How To Fill Out The Texas Certificate of Formation
Are you looking to register a new Texas LLC and unsure of the steps?
You are in the right place! Below, I’ll go over the steps and answer some common questions people have when starting their business in Texas.
Zenbusiness and IncFile are running a special where you only pay state fees for your LLC formation!
Steps To Fill Out The Texas Certificate of Formation
The Texas Certificate of Formation is the official document filed with the Texas Secretary of State to establish a Limited Liability Company (LLC). After the filing is approved by the state, the business can officially begin operating and register for the necessary business licenses and permits.
To form a Texas LLC, you will need to submit the completed Form 205 – Certificate of Formation form to the Texas Secretary of State. To submit the paperwork, either file online through SOSDirect, which is the Secretary of State’s website to file online, or download the Texas LLC Certificate of Formation (Form 205).
In this example, I’ll go over filling out the paper form, however, the online filing is very similar.
Step 1: Pick a Name for the LLC
The first step in filling out the Texas Operating Agreement is to pick a business name.
There are a few requirements when choosing a Texas LLC name.
1. The name of your LLC must not be too similar to the entity name of another business entity already registered with the state of Texas. You can verify name availability by doing a Texas LLC name search with the Texas Secretary of State to be sure the LLC name is available.
2. The name of the LLC must include one of the following entity identifiers at the end of the business name:
– Limited Liability Company
– Limited Company
3. The name can’t indicate or imply that the entity is engaged in a business that the entity is not authorized to pursue
4. The name can’t falsely imply that the entity is affiliated with a governmental entity.
Enter the LLC name including the identifier to continue. If you choose a name that is taken, the Secretary of State will return your application.
Step 2: Appoint a Registered Agent
One requirement to have an LLC in Texas is to appoint a Texas Registered Agent. The Registered Agent is a party that is physically located in the state of Texas that will receive important notices and service of process (which means to accept papers that start a lawsuit) on behalf of the LLC.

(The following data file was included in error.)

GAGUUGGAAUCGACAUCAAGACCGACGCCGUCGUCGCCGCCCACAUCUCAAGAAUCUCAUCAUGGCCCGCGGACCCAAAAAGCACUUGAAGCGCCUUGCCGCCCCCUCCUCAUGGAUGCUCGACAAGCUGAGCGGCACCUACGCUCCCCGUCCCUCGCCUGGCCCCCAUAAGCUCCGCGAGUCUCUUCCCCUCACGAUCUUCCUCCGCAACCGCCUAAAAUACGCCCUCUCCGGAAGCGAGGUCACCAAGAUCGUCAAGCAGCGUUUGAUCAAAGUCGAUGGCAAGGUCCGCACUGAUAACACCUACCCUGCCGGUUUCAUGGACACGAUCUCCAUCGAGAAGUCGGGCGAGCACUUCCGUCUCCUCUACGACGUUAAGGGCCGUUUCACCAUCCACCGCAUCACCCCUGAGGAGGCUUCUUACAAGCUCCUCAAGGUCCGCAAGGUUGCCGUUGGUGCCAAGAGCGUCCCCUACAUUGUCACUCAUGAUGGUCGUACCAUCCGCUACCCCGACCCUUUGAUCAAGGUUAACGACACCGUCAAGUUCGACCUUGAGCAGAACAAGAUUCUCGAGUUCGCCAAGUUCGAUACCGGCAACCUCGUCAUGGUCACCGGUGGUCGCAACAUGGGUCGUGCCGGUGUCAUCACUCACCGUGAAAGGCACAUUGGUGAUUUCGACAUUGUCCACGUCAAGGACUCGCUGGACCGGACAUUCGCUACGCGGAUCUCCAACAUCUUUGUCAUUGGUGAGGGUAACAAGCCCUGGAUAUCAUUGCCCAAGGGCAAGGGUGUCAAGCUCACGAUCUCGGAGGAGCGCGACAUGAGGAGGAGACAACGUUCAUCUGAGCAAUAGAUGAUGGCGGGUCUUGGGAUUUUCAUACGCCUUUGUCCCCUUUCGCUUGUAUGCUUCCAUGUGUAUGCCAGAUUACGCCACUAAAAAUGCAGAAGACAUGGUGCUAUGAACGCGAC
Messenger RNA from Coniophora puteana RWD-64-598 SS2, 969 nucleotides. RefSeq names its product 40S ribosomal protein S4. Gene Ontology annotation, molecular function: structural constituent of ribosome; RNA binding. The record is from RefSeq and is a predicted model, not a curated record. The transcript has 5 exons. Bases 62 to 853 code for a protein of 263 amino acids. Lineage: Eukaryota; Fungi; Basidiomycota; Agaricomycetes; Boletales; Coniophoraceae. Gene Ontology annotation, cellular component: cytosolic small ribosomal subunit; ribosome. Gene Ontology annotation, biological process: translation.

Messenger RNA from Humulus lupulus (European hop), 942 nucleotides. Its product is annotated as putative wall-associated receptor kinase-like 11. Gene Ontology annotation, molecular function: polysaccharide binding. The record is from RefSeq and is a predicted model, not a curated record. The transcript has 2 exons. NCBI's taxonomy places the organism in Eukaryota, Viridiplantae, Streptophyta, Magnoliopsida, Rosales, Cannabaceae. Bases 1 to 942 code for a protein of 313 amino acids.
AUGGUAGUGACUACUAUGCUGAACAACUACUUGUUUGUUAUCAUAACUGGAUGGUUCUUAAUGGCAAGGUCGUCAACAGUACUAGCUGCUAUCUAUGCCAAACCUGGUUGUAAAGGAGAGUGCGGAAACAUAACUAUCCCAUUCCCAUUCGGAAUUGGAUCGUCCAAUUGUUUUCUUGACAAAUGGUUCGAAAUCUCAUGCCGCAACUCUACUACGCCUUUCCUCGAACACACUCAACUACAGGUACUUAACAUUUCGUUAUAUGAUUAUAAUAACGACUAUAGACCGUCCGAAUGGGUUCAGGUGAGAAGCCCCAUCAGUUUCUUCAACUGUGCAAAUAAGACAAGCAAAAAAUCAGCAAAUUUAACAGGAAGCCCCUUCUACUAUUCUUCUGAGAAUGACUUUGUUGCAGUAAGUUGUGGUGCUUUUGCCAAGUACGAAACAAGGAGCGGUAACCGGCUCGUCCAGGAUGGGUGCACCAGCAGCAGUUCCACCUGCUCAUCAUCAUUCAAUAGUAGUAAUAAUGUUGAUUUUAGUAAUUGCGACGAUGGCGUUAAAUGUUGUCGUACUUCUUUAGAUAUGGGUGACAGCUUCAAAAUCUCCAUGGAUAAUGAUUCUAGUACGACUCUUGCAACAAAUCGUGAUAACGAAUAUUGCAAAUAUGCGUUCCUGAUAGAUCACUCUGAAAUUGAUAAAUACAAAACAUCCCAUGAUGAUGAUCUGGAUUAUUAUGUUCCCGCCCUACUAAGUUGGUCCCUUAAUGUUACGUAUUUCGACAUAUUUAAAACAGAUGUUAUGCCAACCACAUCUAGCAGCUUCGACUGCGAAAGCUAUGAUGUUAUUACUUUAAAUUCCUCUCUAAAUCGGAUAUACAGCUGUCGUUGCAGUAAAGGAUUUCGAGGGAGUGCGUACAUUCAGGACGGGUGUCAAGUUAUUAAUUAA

Provided the LLC member lives in the state of Texas and is generally available during business hours, they may act as the Registered Agent. Additionally, any adult resident of the state, attorney or accountant in the state, or a Registered Agent Service can also act as the LLC’s Agent.
Related: Should you be the Registered Agent?
To complete this section, you will need to either fill out A & C or B&C.
If the Registered Agent is a commercial Registered Agent service, check Box A and enter the name of the service.
If the Registered Agent is an individual resident of the state, check Box B and enter their name.
Last, enter the address of the registered office. This must be a physical address and PO Boxes are not allowed.
Step 3: Indicate the Governing Authority
In the next step, provide information on the Governing Authority of the LLC. A selection regarding whether the LLC initially has Managers.
A Member-Managed LLC means the Members are involved with the day-to-day operations of the business. Many LLCs are operated and run by the owner, in which case would be Member-Managed.
A Manager-Managed LLC refers to a Limited Liability Company that hires a manager to run the business, similar to hiring a CEO of a corporation.
Many LLCs are owned and run by the owner, making them Members and not Managers.
If the LLC initially has managers, select Box A and provide the Manager’s name and address. If the LLC initially does not have Managers, select Box B and provide the name and address of each initial LLC Member.
The name of at least one person is required.
Step 4: State the Purpose of the LLC
To choose the purpose of the LLC, the general purpose statement “The purpose for which the company is formed is for the transaction of any and all lawful purposes for which a limited liability company may be organized under the Texas Business Organizations Code” can be used.